By now, you have certainly heard that the State of Colorado is trying to break its contracts. A majority of Colorado legislators actually voted for a bill (in 2010) that claws back accrued, contracted benefits from pensioners in their home state.
This is odd, since the Colorado Legislature has also recently enacted a pension reform measure that honors the accrued public pension benefits of certain other public pensioners in the state. We recently learned that, last year, the Colorado Legislature adopted legal, prospective pension reforms, in the bill SB12-149, for a number of Colorado’s county governments (administrative arms of the state). These county government pension reforms honor pension benefits that have been accrued to date, and make changes only on a prospective basis, while the pension reforms adopted for the Colorado PERA pension system seize pension benefits that have been accrued over decades. In spite of the fact that the Colorado Legislature has adopted pension reforms that honor the accrued benefits of certain county government retirees, the Legislature persists in its attempt to claw back accrued benefits from PERA state government and other retirees. How is it possible that such a glaring disparity of treatment of the contractual rights of similarly situated parties under Colorado law escaped mention during the hearings on this legislation (SB12-149)?
We also recently learned that the State of Colorado has an extra billion dollars to spend in the next year . . . and yet the State of Colorado persists in its efforts to break its contracts, due a financial “crisis.”
We have learned that the failure of the Colorado Legislature to pay its pension bills for the last decade (as recommended by Colorado PERA’s actuaries), and the Legislature’s and Governor Bill Owens’ mismanagement of the pension system, are largely responsible for the decline in Colorado PERA’s funded ratio in the last ten years.
More truth has come to light. In 2009, the Colorado PERA Board of Directors desired a legal opinion that they could use to justify their contemplated breach of Colorado PERA retiree pension contracts. They sought some means of circumventing legal roadblocks in the form of a 2004 Colorado Attorney General opinion on the subject and adverse Colorado case law. In addition, the Board faced the substantial hurdle presented by their own General Counsel’s testimony that the accrued pension benefits targeted by the Board were indeed contractual obligations of the State of Colorado.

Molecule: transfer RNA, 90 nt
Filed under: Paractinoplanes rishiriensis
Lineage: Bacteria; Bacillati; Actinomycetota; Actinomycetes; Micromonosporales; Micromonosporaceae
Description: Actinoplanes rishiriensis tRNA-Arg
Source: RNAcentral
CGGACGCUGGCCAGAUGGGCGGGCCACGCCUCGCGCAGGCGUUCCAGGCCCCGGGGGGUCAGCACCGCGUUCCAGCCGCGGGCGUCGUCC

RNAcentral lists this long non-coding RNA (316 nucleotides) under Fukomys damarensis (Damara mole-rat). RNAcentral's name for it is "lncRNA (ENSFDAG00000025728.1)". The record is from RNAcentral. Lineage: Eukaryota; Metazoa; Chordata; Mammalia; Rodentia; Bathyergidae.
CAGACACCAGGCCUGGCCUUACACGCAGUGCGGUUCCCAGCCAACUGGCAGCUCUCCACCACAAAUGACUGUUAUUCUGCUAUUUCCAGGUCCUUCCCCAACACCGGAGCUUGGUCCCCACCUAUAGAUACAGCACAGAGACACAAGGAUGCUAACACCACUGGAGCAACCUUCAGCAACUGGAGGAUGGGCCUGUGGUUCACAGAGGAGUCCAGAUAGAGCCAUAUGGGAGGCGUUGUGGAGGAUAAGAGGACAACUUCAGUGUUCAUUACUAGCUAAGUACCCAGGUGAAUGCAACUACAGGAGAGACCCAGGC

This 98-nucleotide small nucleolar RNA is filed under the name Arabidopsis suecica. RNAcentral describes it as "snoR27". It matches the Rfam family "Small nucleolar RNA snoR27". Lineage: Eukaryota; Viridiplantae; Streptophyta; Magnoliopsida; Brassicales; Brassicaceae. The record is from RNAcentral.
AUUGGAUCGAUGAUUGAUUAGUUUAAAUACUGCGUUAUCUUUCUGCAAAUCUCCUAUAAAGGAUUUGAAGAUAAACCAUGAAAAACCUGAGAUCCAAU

So, where did the Colorado PERA Board look for this desired legal opinion in 2009? They did not seek an opinion from a law firm that had specialized for decades in employee benefits law. Instead, they sought an opinion from an admirable Colorado attorney, who happens to be a “current full-time activist,” and a public education advocate . . . having founded a think tank that provides public education advocacy. The author of the 2009 “COLA-taking” opinion (on which Colorado PERA based its 2009/2010 legal, lobbying and public relations campaigns to break PERA pension contracts) is an impressive Colorado resident . . . indeed, a woman who has served on the Colorado Judicial Performance Commission.
Now, to the meat of this article. According to Colorado PERA officials, the PERA pension plan is a “qualified plan” under federal IRS regulations:
“Colorado PERA is a qualified retirement plan that can substitute for Social Security, as required by law.”
“PERA is a qualified retirement plan under the Internal Revenue Code Section 401(a). As a defined benefit plan, PERA benefits are guaranteed based on a benefit formula that is set by law.”
“In 1951, public employers could join Social Security; the Colorado Legislature decided to continue the PERA program instead of joining Social Security.”
Yet, under IRS regulations, a public pension plan must have something called “definitely determinable benefits” in order to pass muster as an IRS “qualified plan.”